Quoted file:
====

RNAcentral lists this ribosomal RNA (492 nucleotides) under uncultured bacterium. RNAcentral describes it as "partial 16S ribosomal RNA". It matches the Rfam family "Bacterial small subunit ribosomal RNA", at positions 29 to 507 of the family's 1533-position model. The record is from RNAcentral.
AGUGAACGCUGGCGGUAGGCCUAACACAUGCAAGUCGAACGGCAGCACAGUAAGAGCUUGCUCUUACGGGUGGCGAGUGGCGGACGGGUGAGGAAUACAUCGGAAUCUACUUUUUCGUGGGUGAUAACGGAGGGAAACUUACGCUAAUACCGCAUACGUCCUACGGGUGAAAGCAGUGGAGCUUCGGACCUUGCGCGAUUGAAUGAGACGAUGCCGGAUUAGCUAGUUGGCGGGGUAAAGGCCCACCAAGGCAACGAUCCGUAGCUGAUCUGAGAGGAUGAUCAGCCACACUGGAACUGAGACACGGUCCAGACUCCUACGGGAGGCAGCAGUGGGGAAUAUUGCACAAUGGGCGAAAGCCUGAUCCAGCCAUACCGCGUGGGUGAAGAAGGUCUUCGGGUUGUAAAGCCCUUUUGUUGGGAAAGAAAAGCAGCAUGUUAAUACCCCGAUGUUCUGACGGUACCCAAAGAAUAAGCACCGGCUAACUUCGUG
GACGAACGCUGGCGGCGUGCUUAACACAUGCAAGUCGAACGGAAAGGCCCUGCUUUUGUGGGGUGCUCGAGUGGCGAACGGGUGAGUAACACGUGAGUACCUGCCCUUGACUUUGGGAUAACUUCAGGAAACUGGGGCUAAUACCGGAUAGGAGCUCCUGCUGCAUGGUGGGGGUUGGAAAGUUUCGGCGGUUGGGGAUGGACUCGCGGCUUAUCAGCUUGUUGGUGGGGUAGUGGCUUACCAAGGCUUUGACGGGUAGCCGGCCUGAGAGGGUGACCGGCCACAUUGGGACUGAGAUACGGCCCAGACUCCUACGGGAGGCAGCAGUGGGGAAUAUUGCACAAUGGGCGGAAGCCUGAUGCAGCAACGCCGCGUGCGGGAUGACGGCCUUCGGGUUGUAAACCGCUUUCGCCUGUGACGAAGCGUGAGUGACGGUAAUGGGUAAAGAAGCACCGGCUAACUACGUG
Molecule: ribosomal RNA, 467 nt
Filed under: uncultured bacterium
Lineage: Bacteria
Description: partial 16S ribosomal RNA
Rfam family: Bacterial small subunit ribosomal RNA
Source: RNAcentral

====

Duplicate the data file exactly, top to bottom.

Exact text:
RNAcentral lists this ribosomal RNA (492 nucleotides) under uncultured bacterium. RNAcentral describes it as "partial 16S ribosomal RNA". It matches the Rfam family "Bacterial small subunit ribosomal RNA", at positions 29 to 507 of the family's 1533-position model. The record is from RNAcentral.
AGUGAACGCUGGCGGUAGGCCUAACACAUGCAAGUCGAACGGCAGCACAGUAAGAGCUUGCUCUUACGGGUGGCGAGUGGCGGACGGGUGAGGAAUACAUCGGAAUCUACUUUUUCGUGGGUGAUAACGGAGGGAAACUUACGCUAAUACCGCAUACGUCCUACGGGUGAAAGCAGUGGAGCUUCGGACCUUGCGCGAUUGAAUGAGACGAUGCCGGAUUAGCUAGUUGGCGGGGUAAAGGCCCACCAAGGCAACGAUCCGUAGCUGAUCUGAGAGGAUGAUCAGCCACACUGGAACUGAGACACGGUCCAGACUCCUACGGGAGGCAGCAGUGGGGAAUAUUGCACAAUGGGCGAAAGCCUGAUCCAGCCAUACCGCGUGGGUGAAGAAGGUCUUCGGGUUGUAAAGCCCUUUUGUUGGGAAAGAAAAGCAGCAUGUUAAUACCCCGAUGUUCUGACGGUACCCAAAGAAUAAGCACCGGCUAACUUCGUG
GACGAACGCUGGCGGCGUGCUUAACACAUGCAAGUCGAACGGAAAGGCCCUGCUUUUGUGGGGUGCUCGAGUGGCGAACGGGUGAGUAACACGUGAGUACCUGCCCUUGACUUUGGGAUAACUUCAGGAAACUGGGGCUAAUACCGGAUAGGAGCUCCUGCUGCAUGGUGGGGGUUGGAAAGUUUCGGCGGUUGGGGAUGGACUCGCGGCUUAUCAGCUUGUUGGUGGGGUAGUGGCUUACCAAGGCUUUGACGGGUAGCCGGCCUGAGAGGGUGACCGGCCACAUUGGGACUGAGAUACGGCCCAGACUCCUACGGGAGGCAGCAGUGGGGAAUAUUGCACAAUGGGCGGAAGCCUGAUGCAGCAACGCCGCGUGCGGGAUGACGGCCUUCGGGUUGUAAACCGCUUUCGCCUGUGACGAAGCGUGAGUGACGGUAAUGGGUAAAGAAGCACCGGCUAACUACGUG
Molecule: ribosomal RNA, 467 nt
Filed under: uncultured bacterium
Lineage: Bacteria
Description: partial 16S ribosomal RNA
Rfam family: Bacterial small subunit ribosomal RNA
Source: RNAcentral